Located at the mouth of Mimico Creek and extending out into Lake Ontario, Humber Bay Park is one of the largest parks along Toronto’s waterfront.
Surrounded by some of the most breathtaking views of the Toronto skyline, Humber Bay Park is the ideal place to escape the city, without having to actually leave the comfort of downtown.
Since its development in 1984, the sprawling 43-hectare park has attracted countless visitors, evolving into a well-loved urban green space, while still remaining a “well-kept secret among city-dwelling nature-lovers.”
However, over the last five to 10 years, the park, which is owned by the Toronto Region Conservation Authority (TRCA) and operated by the City of Toronto Parks Forestry & Recreation Division, is now under new pressure accommodate larger numbers of visitors.
The ageing infrastructure, combined with increased use has resulted in significant signs of wear and tear, deterioration and decay.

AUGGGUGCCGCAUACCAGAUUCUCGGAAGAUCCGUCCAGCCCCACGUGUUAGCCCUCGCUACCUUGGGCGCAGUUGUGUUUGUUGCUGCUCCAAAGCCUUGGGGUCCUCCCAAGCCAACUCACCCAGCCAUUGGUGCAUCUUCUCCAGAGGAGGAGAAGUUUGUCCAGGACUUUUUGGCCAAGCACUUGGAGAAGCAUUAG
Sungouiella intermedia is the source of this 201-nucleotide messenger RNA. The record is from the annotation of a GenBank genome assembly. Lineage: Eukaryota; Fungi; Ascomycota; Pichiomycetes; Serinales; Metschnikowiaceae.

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Because of this, the GTA, the TRCA and the City of Toronto have commissioned DTAH to prepare a Master Plan that “reviews the existing conditions within the park, highlights issues and opportunities to guide future improvements to the park in order to protect its unique character and ensure its continued sustainability.”
The project proposes a new design approach that will enhance the landscape, habitat and recreational uses in the park, while also recommending safety and accessibility improvements within the park.
A major focus of the project is improving park programming, which includes redefining existing spaces and introducing new seating areas and lookouts while protecting the sensitive habitats.
According to the Master Plan, there will also be upgraded site furnishings in key areas of the park, such as park benches, picnic tables, and an increased number of waste and recycling receptacles to accommodate the increasing number of visitors.
Other recommendations include integrating public art throughout the park, the addition of a market space for a farmers market, a children’s playground, an off-leash dog area, a recreational pond, and an Air India memorial.
According to the Master Plan, the projects identified are divided into three categories: small-scale, medium-scale and large-scale, and a number of the projects identified are already funded and underway.